Why Reentry Programs Should Be Open to Sex Offenders

Why Reentry Programs Should Be Open to Sex Offenders By Debron B. – Criminal Justice Intern Reentry resources are pivotal to every returning citizen's reintegration into society, especially sex offenders.  Despite that, sex offenders have to deal with additional barriers that obstruct their reentry process.  It is believed that by giving offenders an opportunity to impact their communities positively, they will be less likely to recidivate back into the prison system.  Contradictory to this belief, sex offenders are often denied the chance to reintegrate into their local community and even get harassed for attempting to find work and employment.  It is beneficial for both the sex offenders and the general public that this subset of returning citizens is given the ability to use the same reentry resources as others. Sex offenders are in dire need of more reentry programs that cater to their specific residential and employment needs.  Numerous states still have employment …
Read more
  • 0

Why Sex Offender Residence Distance Restrictions Are Problematic

Why Sex Offender Residence Distance Restrictions Are Problematic By Emma V. – Criminal Justice Intern Individuals who have been mandated to register for their state’s sex offender registry must not only encounter hardships of societal re-entry after incarceration, but also navigate laws set forth by the state pertaining to sex offender registration requirements.  One of the most restrictive of these requirements dramatically complicates registrants’ integration back into society after incarceration.  Residence distance restrictions forbid sex offenders from living within a fixed number of feet or blocks from certain locations.  Many states restrict offenders from residing near playgrounds, schools, and churches.  Realistically, finding a residential area without at least one of these institutions proves to be near impossible.  This hinders a sex offender’s chance at a smooth transition back into society and causes even more strain on an individual who is unable to find hous…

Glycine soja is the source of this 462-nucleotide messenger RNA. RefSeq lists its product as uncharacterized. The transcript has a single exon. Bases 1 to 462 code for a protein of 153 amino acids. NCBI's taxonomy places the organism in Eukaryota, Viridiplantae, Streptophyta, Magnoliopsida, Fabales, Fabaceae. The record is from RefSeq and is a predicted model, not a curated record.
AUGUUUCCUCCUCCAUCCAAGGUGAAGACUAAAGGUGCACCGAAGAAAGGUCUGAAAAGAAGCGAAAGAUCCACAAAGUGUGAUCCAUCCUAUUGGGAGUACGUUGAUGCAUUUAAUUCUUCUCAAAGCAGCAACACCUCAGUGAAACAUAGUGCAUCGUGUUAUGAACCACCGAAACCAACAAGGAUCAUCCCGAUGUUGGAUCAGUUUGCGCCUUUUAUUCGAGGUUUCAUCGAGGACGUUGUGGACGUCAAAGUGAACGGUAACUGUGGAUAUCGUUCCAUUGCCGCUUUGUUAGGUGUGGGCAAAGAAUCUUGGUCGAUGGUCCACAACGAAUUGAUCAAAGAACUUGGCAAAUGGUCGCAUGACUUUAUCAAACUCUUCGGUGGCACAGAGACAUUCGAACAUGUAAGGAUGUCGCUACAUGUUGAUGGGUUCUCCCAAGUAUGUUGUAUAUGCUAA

Read more
  • 0

Happy Anniversary, PIN!

Probation Information Network Marks its 3rd Anniversary on May 1   In the past 3 years we've: • Had 23 interns from 6 universities participate in our research projects • Appeared in 1.56 million Google searches • Amassed a database of over 1,100 Reentry Resources • Provided the Supervised Release Conditions and Travel Restrictions for all 94 federal districts • Researched and published Sex Offender Registry Requirements for all 50 states and 5 U.S. territories   We are proud to celebrate 3 years of providing resources to help those navigating the federal criminal justice system, and look forward to many more.
Read more
  • 0

Sex Offender Registry Requirements Across the United States

What is the Sex Offender Registry? Every state and U.S. territory requires those convicted of sex offenses to be added to a registry to be monitored and tracked after their release back into the community.  Information about the offender is collected and shared with local and federal authorities, as well as the general public.  Requirements and restrictions are often placed on registered sex offenders.  That registration process is unique in each state and U.S. territory.   What is SORNA? The Sex Offender Registration and Notification Act (SORNA) was passed in 2006 as part of the Adam Walsh Child Protection and Safety Act to provide federal standards for jurisdictions to follow.  SORNA calls for states and U.S. territories to meet minimum requirements for sex offender registration and notification.   Why Are the Requirements for Sex Offender Registration Different Everywhere? …
Read more
  • 0

DNA Databases and Law Enforcement